When it can be discerned, the town association of a synagogue is listed too, as well as its street address.

To visit the page of Manhattan synagogue names, please click here.

Sunday, April 3, 2011

Where Once There Were Jews: Lapy, Poland

The story of Łapy native Sol Rubenstein begins: "The one-story brick house in which I was born on March 2, 1916 stood on the main street in Łapy, Poland, twenty-five kilometers south of the city of Bialystok. Łapy, a small town called in Yiddish "shtetl," was a major railroad crossing for the Warsaw-Vilna line. It had approximately one hundred Jewish families and three-thousand gentile families in 1939. The main industry was government railroad repair shops that employed about 4,000 gentile people. The Jewish population was discriminated against and denied the opportunity to work at the railroad shops. Two of the major streets were Main Street and Railroad Street. The few side streets were no more than alleys inhabited mostly by Jewish residents. Most of the gentiles lived at the outskirts of town in small villages. Each family had a house with two or three acres of land to plant grains, potatoes, vegetables and to raise a few livestock and poultry. Most of the Jewish people were merchants and tradesmen. Each family had the front part of their home as a place of business and the back room as their living quarters. My entire family consisted of uncles, aunts, great-uncles, great-aunts, and their children branched out into ten separate and independent families. Each family had their own home and retail business on Main Street. Their businesses dealt with the farmers and railroad employees...."

Continue to read Sol's story as well as see many photographs of Łapy taken there both before and during the war when the Germans occupied the town. You can find the exhibition "Where Once There Were Jews: Lapy, Poland" by clicking here.

Saturday, March 12, 2011

Kristallnacht and the Destruction of the Polish Jews, 1939-43

A powerful film of nearly thirty-four minutes about the time of Kristallnacht and later, between 1928-43 in Poland, when destruction rained down upon the Jewish people.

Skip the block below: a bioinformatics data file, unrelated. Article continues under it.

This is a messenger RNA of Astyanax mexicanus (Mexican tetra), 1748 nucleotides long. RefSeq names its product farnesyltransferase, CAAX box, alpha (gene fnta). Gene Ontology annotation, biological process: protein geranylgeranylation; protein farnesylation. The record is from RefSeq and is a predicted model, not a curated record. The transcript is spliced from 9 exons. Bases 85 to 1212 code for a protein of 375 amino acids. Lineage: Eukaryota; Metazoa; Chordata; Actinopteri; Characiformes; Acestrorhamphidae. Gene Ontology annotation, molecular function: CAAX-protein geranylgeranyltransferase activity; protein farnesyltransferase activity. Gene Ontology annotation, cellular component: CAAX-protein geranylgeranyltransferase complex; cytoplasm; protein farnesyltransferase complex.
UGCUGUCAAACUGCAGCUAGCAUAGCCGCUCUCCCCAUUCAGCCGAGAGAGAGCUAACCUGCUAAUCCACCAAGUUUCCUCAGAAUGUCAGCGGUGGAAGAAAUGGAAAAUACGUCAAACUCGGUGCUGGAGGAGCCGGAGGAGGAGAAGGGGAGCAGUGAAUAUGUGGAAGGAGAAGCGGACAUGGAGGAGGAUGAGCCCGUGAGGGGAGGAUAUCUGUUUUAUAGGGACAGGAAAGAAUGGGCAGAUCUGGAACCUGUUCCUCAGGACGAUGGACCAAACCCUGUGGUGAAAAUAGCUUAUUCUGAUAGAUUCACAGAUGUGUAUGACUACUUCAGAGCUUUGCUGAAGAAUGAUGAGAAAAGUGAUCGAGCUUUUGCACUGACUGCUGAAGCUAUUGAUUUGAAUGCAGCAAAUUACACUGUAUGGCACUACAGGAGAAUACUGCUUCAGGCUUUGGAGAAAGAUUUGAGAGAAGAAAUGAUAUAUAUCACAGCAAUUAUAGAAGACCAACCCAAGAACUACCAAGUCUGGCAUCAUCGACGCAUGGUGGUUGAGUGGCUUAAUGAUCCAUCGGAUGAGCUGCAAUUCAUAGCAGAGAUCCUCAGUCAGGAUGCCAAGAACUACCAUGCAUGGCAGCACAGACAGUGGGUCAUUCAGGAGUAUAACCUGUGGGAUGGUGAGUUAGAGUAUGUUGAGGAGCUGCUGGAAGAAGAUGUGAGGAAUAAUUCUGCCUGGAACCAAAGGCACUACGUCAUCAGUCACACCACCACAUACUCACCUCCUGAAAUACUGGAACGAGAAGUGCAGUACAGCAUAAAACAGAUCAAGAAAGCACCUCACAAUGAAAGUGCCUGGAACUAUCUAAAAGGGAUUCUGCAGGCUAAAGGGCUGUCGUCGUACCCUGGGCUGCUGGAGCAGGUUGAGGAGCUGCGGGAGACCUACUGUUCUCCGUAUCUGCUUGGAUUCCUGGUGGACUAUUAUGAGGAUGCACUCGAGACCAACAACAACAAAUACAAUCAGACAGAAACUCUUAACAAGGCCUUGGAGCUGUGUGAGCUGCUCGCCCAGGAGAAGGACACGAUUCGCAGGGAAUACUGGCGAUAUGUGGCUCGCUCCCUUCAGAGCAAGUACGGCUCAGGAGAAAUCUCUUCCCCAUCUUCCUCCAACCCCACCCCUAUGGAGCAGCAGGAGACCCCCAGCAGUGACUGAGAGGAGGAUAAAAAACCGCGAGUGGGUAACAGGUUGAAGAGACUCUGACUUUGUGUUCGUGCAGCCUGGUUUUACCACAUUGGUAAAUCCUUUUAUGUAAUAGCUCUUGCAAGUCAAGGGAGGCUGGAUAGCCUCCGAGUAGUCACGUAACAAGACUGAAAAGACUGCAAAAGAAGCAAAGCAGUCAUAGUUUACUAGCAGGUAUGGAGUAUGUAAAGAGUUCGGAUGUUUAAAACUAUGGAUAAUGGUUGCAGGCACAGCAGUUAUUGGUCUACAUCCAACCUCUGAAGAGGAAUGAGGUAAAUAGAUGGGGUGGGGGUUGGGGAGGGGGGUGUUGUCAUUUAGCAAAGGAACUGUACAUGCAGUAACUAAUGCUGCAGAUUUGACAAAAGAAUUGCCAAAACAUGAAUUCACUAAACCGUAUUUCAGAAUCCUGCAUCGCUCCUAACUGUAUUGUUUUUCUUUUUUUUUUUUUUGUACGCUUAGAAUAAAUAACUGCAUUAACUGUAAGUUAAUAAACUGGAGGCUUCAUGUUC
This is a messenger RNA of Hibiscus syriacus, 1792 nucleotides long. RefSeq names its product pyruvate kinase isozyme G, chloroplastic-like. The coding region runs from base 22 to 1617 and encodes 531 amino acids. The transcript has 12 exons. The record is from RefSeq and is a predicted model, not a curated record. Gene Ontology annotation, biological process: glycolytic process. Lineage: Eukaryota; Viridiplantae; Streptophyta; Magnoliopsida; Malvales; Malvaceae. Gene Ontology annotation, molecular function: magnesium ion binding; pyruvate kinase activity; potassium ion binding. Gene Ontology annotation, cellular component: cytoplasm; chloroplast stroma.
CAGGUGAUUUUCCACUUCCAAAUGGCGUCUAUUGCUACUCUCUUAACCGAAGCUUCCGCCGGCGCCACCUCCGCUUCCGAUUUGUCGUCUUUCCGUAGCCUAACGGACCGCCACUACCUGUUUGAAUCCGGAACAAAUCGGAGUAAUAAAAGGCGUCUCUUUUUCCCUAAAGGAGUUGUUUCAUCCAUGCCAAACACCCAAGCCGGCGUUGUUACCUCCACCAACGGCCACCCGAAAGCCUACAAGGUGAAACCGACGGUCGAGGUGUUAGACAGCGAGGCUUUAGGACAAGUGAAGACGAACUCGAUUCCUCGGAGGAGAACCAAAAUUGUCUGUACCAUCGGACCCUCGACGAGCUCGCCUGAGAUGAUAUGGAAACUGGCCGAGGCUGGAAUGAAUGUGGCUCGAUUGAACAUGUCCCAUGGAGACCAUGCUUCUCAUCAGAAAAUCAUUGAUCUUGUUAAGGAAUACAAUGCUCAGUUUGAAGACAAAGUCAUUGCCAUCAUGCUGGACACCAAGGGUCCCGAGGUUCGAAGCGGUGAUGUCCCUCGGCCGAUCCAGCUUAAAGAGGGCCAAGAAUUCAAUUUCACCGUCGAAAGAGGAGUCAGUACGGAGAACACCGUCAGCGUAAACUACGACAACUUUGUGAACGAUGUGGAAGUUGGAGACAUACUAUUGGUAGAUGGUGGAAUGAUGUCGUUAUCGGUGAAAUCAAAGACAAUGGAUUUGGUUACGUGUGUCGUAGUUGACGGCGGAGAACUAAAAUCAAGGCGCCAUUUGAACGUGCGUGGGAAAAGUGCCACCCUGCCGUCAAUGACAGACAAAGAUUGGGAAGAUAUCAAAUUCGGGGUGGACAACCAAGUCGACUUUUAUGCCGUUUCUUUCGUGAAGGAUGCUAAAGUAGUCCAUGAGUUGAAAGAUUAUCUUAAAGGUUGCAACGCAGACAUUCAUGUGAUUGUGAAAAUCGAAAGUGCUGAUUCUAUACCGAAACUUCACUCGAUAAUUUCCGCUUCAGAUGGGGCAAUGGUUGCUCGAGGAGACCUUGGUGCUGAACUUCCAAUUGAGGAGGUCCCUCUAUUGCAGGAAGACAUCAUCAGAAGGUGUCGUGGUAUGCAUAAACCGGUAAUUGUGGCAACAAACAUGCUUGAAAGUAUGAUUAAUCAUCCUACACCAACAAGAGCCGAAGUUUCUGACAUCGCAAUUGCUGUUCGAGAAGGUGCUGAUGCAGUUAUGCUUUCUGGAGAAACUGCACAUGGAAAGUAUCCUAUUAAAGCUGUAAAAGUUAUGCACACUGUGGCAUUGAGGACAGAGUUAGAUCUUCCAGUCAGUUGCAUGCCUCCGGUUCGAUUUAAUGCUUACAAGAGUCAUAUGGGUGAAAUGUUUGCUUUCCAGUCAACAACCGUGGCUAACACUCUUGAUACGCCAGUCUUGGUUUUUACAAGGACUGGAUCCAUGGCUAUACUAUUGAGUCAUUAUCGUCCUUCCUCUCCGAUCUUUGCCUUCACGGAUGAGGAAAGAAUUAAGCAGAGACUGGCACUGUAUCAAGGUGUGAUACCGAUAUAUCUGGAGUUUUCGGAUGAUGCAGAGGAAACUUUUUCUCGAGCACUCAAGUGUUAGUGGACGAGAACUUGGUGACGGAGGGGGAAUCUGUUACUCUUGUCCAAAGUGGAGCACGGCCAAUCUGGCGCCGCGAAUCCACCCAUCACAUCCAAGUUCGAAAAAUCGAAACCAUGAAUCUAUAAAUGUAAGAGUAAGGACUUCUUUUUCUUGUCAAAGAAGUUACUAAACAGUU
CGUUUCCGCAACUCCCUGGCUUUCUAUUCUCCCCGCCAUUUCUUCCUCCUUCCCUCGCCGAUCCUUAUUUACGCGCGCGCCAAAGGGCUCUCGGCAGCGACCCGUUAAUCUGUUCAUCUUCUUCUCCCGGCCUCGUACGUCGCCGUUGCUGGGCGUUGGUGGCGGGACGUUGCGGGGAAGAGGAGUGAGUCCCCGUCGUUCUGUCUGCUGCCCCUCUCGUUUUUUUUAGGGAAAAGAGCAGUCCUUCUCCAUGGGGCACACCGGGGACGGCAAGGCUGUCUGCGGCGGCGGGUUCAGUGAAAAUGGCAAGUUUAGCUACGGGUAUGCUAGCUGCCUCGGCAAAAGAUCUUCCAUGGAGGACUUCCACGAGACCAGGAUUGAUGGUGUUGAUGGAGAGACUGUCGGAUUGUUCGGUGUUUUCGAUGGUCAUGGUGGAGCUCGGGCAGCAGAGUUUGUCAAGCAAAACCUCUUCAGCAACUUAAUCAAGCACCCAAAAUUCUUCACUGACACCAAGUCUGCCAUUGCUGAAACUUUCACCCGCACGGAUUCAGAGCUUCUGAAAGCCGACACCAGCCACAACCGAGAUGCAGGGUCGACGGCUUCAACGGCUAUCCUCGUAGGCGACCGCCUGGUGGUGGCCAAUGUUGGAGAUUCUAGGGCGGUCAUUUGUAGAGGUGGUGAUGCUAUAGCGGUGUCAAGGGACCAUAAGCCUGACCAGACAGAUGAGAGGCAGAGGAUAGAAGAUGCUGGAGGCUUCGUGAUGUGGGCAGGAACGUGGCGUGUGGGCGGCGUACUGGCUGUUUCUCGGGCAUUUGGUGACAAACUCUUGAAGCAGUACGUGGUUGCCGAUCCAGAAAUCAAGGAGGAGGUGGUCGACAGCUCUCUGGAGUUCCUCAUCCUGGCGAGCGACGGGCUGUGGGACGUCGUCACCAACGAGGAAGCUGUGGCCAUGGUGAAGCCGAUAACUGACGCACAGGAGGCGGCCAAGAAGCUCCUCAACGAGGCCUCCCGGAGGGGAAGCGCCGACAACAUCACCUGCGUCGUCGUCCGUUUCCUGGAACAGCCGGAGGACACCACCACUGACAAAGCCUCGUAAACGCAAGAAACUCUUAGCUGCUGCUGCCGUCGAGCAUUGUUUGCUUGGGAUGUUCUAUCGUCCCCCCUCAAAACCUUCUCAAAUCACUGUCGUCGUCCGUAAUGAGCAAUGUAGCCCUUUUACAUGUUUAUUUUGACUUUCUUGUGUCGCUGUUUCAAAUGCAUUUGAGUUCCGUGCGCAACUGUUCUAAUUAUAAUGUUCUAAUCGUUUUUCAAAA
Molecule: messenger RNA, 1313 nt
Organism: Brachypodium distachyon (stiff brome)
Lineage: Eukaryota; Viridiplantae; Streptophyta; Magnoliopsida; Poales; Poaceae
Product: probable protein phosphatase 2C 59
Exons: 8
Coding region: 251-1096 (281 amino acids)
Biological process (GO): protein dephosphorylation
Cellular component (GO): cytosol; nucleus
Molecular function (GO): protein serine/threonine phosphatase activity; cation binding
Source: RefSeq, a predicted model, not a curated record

In this film you will see a combination of archival film and roving scans of still photographs that give one a jarring view of this period.

Included within this film one can see pictures of many Polish synagogues, both interior and exterior; those synagogues that were still relatively intact before their destruction, and those who were destroyed or were in the process of being razed to the ground.

Tomek lists the following towns and their synagogues that are represented in his film. I can't vouch for the fact that each are represented, but it is most likely:
Lodź, Lodz-Litzmanstadt, Białystok, Zambrów, Wieruszów, Markuszów, Koło, Bychów, Biłgoraj, Lubaczów, Lubieszów, Tarnów, Luboml, Biała Podlaska, Jordanów, Częstochowa, Przemyśl, Żółkiew, Grajewo, Grodno, Mława, Równo, Łęczyca, Łaszczów,Tomaszów Lubelski,Knysyn, Tomaszów Mazowiecki, Jonawa, Połock and Czyżew. The link to this film can be found at the very top of the Tomek Wisniewski list.

Be sure to stick around until the very end of the film past the scrolling Polish-language text as the English version of the text will follow.

Sunday, February 6, 2011

To Honor and Preserve: The Story of Irene Weinberg

This is a multi-faceted ongoing exhibition about the many ways we as individuals, i.e. those of us who are interested in preserving the memory of our families, go about it. The first entry in this exhibition to be presented comes from Rabbi Norbert Weinberg. His mother Irene Weinberg was born in Lemberg (Lwow/L'viv) in Galicia.

“Megillat Esther: The Story of Esther” is the account of Irene Weinberg’s survival as an Aryan Pole during the Shoah, compiled by her son, Rabbi Norbert Weinberg and is based on original documents and taped and video testimony.

Esther, the Hebrew name of Irene, plays on the theme of “ Esther”, referring to the Hebrew word for “Hidden”, as both the original Esther of the first Megillah and this modern Esther saved themselves and others by living as a non-Jew under the nose of the oppressors and murderers.